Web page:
How often is it necessary to use scripted prayer?

So, I am a Catholic convert. I have been Catholic since June of this year.
Back before I was catholic, my nightly prayers usually consisting of about 5-10 minutes of just kneeling down, and asking God to help someone or occasionally just giving thanks.
When I became Catholic, I began to pray more, but still very little with scripted prayers.

Recently, about 2 weeks ago, I discovered in my missal a section of “Morning Prayers” and “Evening Prayers”. I’ve been saying the evening prayer (about 5-6 small paragraphs or so) more or less every night or every other night since then. Although I found that they were lovely prayers, and they helped me to really feel the Lord, they have since lost their allure. After a couple weeks of reading over the same words again and again, it gets harder and harder.

How often should one say scripted prayers? I feel like it’s one thing to say the traditional prayers like “Our Father” and “Hail Mary” on a daily basis, but a different sort of jazz to read through the same five paragraphs every evening. They were beautiful and inspiring at first, but now each night the words are more and more forced.

What would be best for me to do? Should I try to find an assortment of prayers, and maybe read a different scripted prayer every few nights? I usually pray in my own words for a bit before reading any scripted prayers. I don’t quite feel like just praying in my own words with a few small tradition prayers is totally sufficient, especially since I have pretty bad ADHD and it’s way too easy for my mind to wander off track when I’m not reading anything - sometimes I can spend an hour and yet have about 20 minutes in serious prayer. Scripted prayers keep me grounded, but I just can’t read the same one every night.

You’ll like praying the Liturgy of the Hours in this case different scripted prayers every morning and night which is what I recommend along with daily recitation of a few rosaries this should help calm your adhd too and you can still and it is recommend you still you pray petition or talk to God as you did as a Protestant and still do I think Good luck!

Have you tried the Liturgy of the Hours? You can follow it here:
There are a lot more prayers there than just the morning and night prayers. And there’s writings of the Early Church Fathers in there also. It should keep you busy for a long time. You can get an abbreviated version of the Liturgy of the Hours from an online seller like Amazon for about $30. It’s called “Christian Prayer”. Also try mixing up different chaplets like St. Michael’s, Divine Mercy, etc. And there’s the Stations of the Cross:

When it comes to prayer I used scripted and personal, I am also often ‘moved’, when saying scripted prayer privately, to make add-ons and insertions, such as using 'Please … ’ and 'I humbly pray that in Your Divine Mercy and Love … ’ etc.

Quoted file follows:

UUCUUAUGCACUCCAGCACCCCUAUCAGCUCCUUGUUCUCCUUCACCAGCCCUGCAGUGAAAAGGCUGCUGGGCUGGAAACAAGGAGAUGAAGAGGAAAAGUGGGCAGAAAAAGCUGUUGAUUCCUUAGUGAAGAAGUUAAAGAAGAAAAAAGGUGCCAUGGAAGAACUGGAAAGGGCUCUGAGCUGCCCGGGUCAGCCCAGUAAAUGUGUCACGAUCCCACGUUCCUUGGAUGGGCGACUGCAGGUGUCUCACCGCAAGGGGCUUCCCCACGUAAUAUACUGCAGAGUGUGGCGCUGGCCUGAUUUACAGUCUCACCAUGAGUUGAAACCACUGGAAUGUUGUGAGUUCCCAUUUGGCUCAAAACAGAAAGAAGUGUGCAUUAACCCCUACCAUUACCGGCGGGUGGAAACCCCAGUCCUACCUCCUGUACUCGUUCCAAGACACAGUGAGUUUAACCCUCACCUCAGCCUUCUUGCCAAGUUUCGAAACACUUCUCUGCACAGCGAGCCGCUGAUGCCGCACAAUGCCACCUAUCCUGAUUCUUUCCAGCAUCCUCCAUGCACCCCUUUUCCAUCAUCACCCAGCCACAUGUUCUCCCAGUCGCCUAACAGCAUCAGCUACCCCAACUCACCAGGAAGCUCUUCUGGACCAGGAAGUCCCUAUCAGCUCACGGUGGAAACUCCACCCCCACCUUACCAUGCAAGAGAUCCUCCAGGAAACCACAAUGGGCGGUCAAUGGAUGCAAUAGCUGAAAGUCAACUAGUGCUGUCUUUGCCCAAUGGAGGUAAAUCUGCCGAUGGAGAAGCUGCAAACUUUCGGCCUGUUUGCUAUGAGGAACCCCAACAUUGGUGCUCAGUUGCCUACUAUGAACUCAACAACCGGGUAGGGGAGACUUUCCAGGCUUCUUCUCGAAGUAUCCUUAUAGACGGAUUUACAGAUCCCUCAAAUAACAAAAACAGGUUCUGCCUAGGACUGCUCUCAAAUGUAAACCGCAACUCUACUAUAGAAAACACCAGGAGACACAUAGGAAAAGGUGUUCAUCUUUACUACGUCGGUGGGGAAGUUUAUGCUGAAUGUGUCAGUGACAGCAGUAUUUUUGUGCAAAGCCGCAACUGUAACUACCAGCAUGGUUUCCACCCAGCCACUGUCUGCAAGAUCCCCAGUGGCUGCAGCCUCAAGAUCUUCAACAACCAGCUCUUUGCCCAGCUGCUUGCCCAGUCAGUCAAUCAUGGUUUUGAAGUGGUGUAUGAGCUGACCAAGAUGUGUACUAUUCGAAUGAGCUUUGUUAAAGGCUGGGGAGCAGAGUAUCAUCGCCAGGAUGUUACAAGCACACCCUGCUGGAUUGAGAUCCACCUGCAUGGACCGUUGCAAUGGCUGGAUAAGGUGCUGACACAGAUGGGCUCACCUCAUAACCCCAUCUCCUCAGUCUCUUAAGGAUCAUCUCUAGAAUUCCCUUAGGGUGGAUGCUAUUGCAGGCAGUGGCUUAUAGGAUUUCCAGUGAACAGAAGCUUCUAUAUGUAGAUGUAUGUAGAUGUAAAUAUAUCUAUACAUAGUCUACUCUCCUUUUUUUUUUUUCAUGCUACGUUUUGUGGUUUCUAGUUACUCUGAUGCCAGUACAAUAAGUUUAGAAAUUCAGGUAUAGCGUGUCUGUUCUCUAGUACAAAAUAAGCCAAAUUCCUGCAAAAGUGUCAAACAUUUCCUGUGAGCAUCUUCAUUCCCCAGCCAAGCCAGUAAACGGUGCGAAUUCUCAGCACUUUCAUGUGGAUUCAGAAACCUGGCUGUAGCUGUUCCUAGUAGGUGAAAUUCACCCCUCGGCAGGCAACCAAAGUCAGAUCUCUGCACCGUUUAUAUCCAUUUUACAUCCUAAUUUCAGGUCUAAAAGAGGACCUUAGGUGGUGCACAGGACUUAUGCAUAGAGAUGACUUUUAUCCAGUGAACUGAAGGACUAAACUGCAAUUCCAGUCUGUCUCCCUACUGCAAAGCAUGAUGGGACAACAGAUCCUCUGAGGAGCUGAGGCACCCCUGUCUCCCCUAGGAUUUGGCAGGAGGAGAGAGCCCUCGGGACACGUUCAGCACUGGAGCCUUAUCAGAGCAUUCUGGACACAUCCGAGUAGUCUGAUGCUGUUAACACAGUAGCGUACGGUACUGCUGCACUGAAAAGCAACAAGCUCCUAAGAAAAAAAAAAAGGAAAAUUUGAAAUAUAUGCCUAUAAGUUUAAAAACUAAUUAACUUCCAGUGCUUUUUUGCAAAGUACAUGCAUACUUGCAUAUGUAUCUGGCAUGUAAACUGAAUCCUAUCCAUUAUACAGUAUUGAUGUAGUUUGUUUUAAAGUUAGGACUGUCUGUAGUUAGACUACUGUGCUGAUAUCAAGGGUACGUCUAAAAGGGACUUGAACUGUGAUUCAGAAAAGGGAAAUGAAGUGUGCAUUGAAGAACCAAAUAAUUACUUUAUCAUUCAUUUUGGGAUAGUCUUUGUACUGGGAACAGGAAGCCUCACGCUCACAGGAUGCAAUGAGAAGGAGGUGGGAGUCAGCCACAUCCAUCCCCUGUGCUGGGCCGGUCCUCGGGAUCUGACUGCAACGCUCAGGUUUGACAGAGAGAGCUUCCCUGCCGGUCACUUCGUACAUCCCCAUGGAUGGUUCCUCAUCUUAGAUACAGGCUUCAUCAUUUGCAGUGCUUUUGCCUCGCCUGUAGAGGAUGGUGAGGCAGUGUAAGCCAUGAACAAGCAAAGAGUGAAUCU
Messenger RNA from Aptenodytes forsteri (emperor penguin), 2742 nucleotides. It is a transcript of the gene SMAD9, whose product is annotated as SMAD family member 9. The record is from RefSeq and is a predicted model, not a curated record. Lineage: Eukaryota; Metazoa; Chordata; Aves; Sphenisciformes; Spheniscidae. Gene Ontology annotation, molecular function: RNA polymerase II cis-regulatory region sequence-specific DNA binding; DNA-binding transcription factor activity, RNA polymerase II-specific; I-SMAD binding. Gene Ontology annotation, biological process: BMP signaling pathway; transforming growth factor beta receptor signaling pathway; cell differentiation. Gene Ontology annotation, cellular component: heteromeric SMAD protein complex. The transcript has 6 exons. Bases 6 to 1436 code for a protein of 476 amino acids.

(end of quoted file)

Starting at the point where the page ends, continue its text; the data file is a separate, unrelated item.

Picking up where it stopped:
If you mean “required” by “necessary”, then it is only required to use scripted prayer when at Mass. There are many written prayers that are endorsed, for lack of a better word, by the Church. It is good to know these prayers so that you can join in communal prayer opportunities. For example, knowing the prayers of the Rosary that is usually said at the vigil for a Funeral.

Other than that, use as much or as little scripted prayer as you like. There is a value to a disciplined prayer life and scripted prayers may help with that.

Not just the Mass, but other liturgies

I was talking about “required”. The Mass is the only liturgy that is required for laypersons.

St. Therese of Lisieux

“Time spent faithfully every day in mental prayer that is poor, arid, distracted, and relatively short is worth more, and will be infinitely more fruitful for our progress, than long, ardent spells of mental pray from time to time, when circumstances make it easy. It is faithfulness alone that enables the life of prayer to bear wonderful fruit. We pray not to find self-fulfillment or self-satisfaction, but to please God because he asks us to. Patiently endure the times of aridity that God will certainly send to purify our love for him.”

So the conclusion … substitute but don’t drop. And if there is no substitute, don’t drop until one is found.

Psalm 136…“His steadfast love endures forever” is repeated…26 TIMES!
It can be just that simple when it is a loving prayer.

“Lord have mercy on us” is repeated over and over by so many. Simple but loving.

“Not my will, but Thine be done” is the loving acknowledgement of Jesus to his Father. A simple prayer that is worth repeating. Pleasing words to our Father.

“For the sake of his sorrowful passion, have mercy on us.” Offering Jesus’ sufferings to our heavenly Father is a powerful prayer to say over and over. You share in the prieshood of the laity by your baptism, and offering Jesus to his Father will always be acceptable and meaningful to our Father.

May God bless and keep you. May God’s face shine on you. May God be kind to you and give you peace.

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